Stars and Dreams

moon-in-early-morning

By Sister Catherine Cleary, OSB

The word Epiphany comes from the Greek epiphainein, ‘to reveal.’ We use it – and its cousin, Theophany – on Sunday to describe the showing of the Messiah to the Gentiles.

It’s an important celebration, as God came not just to the Jewish community but to the whole world. Continue Reading

Seeing the Light

By Sister Catherine Cleary, OSB

Recently I met a woman who said, “I understand the season of Advent, I surely understand Christmas, but I do not get the feast of the Epiphany.”

We talked a bit about the meaning of King Herod,  panicky at the thought of a new king who would take his power, and the 3 wise men seeking a new king to pay him homage.

As we parted she said, “I still don’t understood why it is so important. But I’ll pray about it.” Continue Reading

Epiphany: Christ's Light in the World

By Sister Catherine Cleary, OSB

I remember  being on the bus, January 5, returning to school after a Christmas holiday with my family. It struck me as I opened my diary that the following day was Jan. 6, the Feast of the Epiphany. “Surely school would not be opening after the Christmas break, on the Feast of the Epiphany,” I reasoned. (I am sure my concern did not reflect the meaning of the feast but rather on not having school.) “The Sisters would surely not hold school on such an important feast day … second only to Christmas, Epiphany is regarded by some as even more important than Christmas.”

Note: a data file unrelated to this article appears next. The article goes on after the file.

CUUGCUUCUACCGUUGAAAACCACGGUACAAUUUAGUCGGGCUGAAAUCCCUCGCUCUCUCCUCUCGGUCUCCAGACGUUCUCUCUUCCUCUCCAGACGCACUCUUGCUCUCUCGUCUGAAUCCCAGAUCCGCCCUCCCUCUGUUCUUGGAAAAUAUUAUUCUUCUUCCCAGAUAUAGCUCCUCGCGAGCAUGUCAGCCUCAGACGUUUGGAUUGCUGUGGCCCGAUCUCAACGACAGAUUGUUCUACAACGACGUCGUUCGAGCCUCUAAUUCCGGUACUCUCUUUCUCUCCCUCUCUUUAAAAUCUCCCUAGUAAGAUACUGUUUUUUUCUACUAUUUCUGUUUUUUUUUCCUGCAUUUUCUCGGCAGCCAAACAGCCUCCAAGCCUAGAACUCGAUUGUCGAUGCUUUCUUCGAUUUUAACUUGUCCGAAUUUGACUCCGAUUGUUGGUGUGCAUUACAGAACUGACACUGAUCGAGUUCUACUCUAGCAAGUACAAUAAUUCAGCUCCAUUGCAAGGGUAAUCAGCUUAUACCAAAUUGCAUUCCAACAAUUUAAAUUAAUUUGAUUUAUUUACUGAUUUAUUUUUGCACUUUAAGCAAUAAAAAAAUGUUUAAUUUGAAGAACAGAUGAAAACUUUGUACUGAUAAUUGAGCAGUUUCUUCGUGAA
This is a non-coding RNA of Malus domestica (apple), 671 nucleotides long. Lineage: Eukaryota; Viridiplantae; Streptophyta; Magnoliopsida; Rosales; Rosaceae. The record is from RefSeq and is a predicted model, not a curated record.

A check with my friend’s calendar, however, assured me that indeed, sadly, we would have school on January 6. Continue Reading

Epiphany

By Sister Catherine Cleary, OSB

“And behold a star that they had seen at its rising preceded them, until it came and stopped over the place where the child was. They were overjoyed at seeing the star.”  (Mt 2:1-12) Continue Reading

God's Gifts Found in Daily Life

By Sister Susan Hutchens, OSB

Happy Feast of the Epiphany, Feast of the Three Kings, Little Christmas, Feast of the Star! Though this feast previously fell on January 6, and was moved by the church some years ago to a Sunday, it officially ends the Twelve Days of Christmas.  Call it what you wish, we know that throughout the world this day is celebrated with many unique practices:  swimming in a frozen pond, receiving gifts under the bed, having high tea, baking cakes with trinkets inside.  In some countries it is the actual day when children receive their Christmas gifts.   Continue Reading